Theories of Reasoning: Logic and Cognition

Jakub Szymanik

  • Area: LaLo
  • Level: F
  • Week: 1
  • Time: 17:00 – 18:30
  • Room: D1.03


Reasoning is one of the key aspects of human cognition. Traditionally logic was meant as a systematic theory of human reasoning, but in the 20th century the main developments in logic focused on mathematics and its foundations, and logic has been gradually replaced by more specific cognitive theories of reasoning. Still, these theories are mostly inspired by classical consideration of logic, probability, and computations. In this course we are going to particularly focus on the relationship between logical complexity and cognitive difficulty in reasoning


Tentative Outline

Topic 1: Syllogistic Reasoning;

Topic 2: Meaning and Complexity;

Topic 3: Social Reasoning;

Topic 4: Reasoning in Games;

Topic 5: Categorization;

This is a short monographic course discussing classic themes and recent developments in logic and cognitive science of reasoning. There are no prerequisites but it will mostly advantage students who are interested in logic, language, computations, and cognition. The course is planned to be self-contained and self-explanatory; reading the suggested bibliography prior to the course is not expected of the participants; questions and discussion are welcome during the lectures.


Available under this link:


  1. T. Braüner. Hybrid-Logical Reasoning in False-Belief Tasks, TARK 2013, Chennai, India.
  2. N. Gierasimczuk, H. van der Maas, and M. Raijmakers. An analytic tableaux model for Deductive Mastermind empirically tested with a massively used online learning system, Journal of Logic, Language and Information, 2013.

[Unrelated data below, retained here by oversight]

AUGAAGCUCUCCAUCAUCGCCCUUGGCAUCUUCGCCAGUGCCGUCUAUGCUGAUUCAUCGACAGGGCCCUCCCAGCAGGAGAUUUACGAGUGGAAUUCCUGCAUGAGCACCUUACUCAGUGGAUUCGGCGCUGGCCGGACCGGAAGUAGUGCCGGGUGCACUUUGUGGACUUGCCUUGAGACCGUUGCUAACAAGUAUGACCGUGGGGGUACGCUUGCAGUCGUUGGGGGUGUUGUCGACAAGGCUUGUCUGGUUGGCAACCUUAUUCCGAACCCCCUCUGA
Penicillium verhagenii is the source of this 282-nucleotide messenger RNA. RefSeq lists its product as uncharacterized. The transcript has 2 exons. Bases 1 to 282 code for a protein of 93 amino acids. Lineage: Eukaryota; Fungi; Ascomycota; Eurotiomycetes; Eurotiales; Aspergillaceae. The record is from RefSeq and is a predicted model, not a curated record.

3. B. Geurts. Reasoning with quantifiers. Cognition, 2003.
  4. T. Icard III, and L. Moss. Recent Progress in Monotonicity. Linguistic Issues in Language Technology, 2014.
  5. A. Isaac, J. Szymanik, and R. Verbrugge. Logic and complexity in cognitive science, Johan van Benthem on Logical and Informational Dynamics, A. Baltag and S. Smets (Eds.), Outstanding Contributions to Logic, 2014.
  6. P. N. Johnson-Laird and S. Khemlani. Toward a unified theory of reasoning. The Psychology of Learning and Motivation, 2013.
  7. P. N Johnson-Laird, S. Khemlani, and G. P. Goodwin. Logic, probability, and human reasoning. Trends in Cognitive Sciences, 2015.
  8. D. Lassiter and N. Goodman. How many kinds of reasoning? Inference, probability, and natural language semantics. Cognition, 2015.
  9. J. Macnamara. A border dispute: The place of logic in psychology, MIT Press, 1986.
  10. J. Feldman. Minimization of Boolean complexity in human concept learning, Nature 2000.
  11. M. Oaksford and N. Chater. Bayesian rationality the probabilistic approach to human reasoning. Oxford University Press, 2007.
  12. N. Pfeifer. The new psychology of reasoning: A mental probability logical perspective. Thinking & Reasoning, 2013.
  13. L.J. Rips. The psychology of proof. Cambridge, MIT Press, 1994.
  14. K. Stenning and M. van Lambalgen. Human reasoning and cognitive science. MIT Press, 2008.
  15. M. Tessler and D. Goodman. Some arguments are probably valid: Syllogistic reasoning as communication. In Proceedings of the Thirty-Sixth Annual Conference of the Cognitive Science Society, 2014.
  16. R. Verbrugge, Logic and social cognition: The facts matter, and so do computational models. Journal of Philosophical Logic, 2009.